There is hope

In our society, alcohol is often tied to celebrations. But for some people, drinking isn’t a cause for happiness. Because they’re unable to control themselves, alcohol use disorder leads people to drink to excess. It can have severe long-term consequences, even leading to possible death. And just one time drinking too much or drinking while driving can have disastrous effects.


Things that can HELP:

  • Choose a time when your loved one is not drinking and you’re both calm and focused. Pick a place that’s quiet and private—where you won’t be interrupted—and turn off your phone and other devices to avoid distractions.
  • Express your concerns in a caring way. Tell your loved one about the worries you have regarding their drinking and the effects it’s having on their health, your relationship, and the family as a whole. Try to remain neutral and be compassionate rather than judge your loved one’s behavior or try to shame them.
  • Encourage your loved one to open up about the reasons why they’re abusing alcohol. Are they stressed, bored, lonely or anxious, for example? Many different factors could be contributing to their drinking, but to stay sober your loved one will need to address any underlying causes.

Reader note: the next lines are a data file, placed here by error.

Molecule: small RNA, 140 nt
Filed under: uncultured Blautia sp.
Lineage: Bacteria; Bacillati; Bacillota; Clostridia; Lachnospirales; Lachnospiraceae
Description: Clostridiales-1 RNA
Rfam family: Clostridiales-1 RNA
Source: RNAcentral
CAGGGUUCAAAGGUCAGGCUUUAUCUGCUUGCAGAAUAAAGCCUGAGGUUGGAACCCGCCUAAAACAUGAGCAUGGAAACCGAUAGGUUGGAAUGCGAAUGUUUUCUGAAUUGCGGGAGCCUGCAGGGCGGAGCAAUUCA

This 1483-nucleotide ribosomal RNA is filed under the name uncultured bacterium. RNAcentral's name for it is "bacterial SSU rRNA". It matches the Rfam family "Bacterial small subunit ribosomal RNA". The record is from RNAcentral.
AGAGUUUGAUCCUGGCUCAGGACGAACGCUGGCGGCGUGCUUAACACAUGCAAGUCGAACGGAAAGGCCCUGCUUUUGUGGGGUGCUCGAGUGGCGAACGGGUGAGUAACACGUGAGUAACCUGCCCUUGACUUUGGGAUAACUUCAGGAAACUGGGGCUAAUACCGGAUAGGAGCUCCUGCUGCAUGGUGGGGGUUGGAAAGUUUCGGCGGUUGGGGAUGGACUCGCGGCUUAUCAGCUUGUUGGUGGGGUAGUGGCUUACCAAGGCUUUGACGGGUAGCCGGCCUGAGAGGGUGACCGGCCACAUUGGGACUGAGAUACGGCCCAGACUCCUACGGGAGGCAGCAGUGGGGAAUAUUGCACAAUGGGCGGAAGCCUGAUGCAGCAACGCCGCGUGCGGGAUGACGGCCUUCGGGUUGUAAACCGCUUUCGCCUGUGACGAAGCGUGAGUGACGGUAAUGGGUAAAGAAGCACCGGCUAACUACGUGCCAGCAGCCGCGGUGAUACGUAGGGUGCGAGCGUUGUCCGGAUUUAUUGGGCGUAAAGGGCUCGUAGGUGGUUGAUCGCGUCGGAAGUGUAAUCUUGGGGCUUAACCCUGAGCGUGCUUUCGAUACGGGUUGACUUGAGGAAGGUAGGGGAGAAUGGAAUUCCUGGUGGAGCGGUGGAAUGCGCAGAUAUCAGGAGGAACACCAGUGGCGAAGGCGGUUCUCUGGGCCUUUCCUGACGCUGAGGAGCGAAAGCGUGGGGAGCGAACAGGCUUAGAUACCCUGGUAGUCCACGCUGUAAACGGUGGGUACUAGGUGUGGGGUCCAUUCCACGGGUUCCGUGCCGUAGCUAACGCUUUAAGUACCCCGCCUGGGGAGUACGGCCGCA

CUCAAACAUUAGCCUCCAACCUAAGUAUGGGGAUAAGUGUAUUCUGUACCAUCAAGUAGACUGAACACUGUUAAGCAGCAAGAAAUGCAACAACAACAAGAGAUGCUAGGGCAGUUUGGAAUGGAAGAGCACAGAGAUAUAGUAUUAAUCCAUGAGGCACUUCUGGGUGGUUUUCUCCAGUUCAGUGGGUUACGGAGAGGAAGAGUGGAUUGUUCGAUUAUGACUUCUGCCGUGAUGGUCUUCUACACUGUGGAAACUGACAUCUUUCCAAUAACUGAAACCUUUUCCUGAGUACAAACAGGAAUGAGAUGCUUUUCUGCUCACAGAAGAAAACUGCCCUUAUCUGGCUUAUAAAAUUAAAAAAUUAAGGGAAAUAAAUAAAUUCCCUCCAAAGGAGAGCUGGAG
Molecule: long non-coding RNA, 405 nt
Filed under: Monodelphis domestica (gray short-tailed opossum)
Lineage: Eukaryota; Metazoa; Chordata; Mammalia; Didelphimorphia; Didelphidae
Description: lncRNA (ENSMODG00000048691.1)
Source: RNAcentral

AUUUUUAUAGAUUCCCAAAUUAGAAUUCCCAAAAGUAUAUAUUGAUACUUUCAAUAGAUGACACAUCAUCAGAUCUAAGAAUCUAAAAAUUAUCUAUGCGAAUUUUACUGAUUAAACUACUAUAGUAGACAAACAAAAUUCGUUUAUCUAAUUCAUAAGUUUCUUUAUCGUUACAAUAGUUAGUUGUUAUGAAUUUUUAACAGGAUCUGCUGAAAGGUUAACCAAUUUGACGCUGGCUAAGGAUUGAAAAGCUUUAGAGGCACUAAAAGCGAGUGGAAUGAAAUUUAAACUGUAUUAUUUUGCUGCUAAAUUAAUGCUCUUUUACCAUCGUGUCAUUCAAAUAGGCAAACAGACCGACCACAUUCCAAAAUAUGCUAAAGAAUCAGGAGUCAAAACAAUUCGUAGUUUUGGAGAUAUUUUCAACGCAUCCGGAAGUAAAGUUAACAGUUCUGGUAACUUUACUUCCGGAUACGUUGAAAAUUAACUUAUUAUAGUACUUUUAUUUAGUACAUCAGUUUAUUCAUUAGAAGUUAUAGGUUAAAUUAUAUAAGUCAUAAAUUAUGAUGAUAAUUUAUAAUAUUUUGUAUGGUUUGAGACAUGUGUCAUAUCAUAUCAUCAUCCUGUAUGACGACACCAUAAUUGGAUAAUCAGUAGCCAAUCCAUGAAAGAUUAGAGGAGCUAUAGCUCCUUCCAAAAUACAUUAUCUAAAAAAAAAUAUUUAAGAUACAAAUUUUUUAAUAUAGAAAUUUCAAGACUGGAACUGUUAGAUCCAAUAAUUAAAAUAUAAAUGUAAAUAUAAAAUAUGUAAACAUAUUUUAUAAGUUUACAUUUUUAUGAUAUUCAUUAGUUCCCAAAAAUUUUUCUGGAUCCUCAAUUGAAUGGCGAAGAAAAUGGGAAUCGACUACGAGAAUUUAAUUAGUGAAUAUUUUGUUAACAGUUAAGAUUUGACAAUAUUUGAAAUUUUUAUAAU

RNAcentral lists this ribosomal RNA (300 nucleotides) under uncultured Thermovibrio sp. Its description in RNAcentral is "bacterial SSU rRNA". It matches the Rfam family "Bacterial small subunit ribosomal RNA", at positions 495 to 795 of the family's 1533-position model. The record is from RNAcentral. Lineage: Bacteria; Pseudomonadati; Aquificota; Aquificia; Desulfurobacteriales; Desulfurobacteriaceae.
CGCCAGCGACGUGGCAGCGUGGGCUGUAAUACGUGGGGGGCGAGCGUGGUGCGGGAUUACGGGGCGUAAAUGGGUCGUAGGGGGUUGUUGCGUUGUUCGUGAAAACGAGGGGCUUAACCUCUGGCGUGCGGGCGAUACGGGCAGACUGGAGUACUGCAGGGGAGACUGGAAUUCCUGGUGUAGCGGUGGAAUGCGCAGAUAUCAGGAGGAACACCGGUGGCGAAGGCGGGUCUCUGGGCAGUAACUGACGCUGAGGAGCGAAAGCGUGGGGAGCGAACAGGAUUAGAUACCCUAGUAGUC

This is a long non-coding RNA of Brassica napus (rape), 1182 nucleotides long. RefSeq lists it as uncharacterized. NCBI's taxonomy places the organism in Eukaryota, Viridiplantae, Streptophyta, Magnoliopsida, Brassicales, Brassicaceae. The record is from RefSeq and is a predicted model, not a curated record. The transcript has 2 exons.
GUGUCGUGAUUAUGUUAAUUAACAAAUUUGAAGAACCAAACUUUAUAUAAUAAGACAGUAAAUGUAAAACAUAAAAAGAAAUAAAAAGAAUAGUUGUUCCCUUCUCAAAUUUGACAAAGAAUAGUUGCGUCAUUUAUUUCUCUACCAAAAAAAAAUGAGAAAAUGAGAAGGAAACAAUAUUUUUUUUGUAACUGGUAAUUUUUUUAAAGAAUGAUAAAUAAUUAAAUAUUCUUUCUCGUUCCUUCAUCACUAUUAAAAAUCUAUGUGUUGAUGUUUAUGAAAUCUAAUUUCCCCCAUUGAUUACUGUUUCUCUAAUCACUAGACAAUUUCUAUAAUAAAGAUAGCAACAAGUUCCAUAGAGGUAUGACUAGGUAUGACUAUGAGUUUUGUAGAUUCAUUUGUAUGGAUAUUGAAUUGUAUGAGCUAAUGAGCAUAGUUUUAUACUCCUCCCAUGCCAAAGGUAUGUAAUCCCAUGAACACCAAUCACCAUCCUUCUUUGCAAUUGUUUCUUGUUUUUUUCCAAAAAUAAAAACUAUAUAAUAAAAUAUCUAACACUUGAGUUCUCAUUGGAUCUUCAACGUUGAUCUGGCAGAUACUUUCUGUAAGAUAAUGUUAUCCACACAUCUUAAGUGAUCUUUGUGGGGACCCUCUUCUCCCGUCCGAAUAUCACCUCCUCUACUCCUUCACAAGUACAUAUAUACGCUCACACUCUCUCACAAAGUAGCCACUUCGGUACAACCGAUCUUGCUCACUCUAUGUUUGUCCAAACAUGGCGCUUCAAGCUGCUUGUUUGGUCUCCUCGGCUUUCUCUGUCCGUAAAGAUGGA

• Consider staging a family meeting or an intervention if you’d rather not go it .alone. Again, everyone needs to come from a place of caring, rather than see this as an opportunity to bully, accuse or vent their anger at the person with the drinking problem.

Things to AVOID:

  • Don’t take any negative reactions personally. It may take several attempts to begin a real conversation with your loved one about their drinking. Expect pushbacks and denial. Give the person time and space to come to terms with your concerns and start to see the problem for themselves.
  • Don’t attempt to threaten, punish, bribe or preach. Avoid emotional appeals that only add to the problem drinker’s feelings of guilt and increase their compulsion to drink. Offer advice, not ultimatums.
  • Don’t cover up for your loved one or make excuses for their behavior. Trying to shield them from their responsibilities will only prevent them from seeing the negative consequences of their drinking and could delay them deciding to get help for the problem.
  • Don’t blame yourself. You aren’t the reason for your loved one’s drinking problem, you aren’t guilty or responsible for their behavior and you can’t make them change.

Taken from:

Alcohol 101

An overview on alcohol provided by the Centers for Disease Control

Drinking & Thinking

Tools and tips for the responsible use of alcohol

Megan’s Story

A Tedx Talk given by a teenager who is a recovering alcoholic

Talking About Drinking

How to talk to kids about the dangers of alcohol

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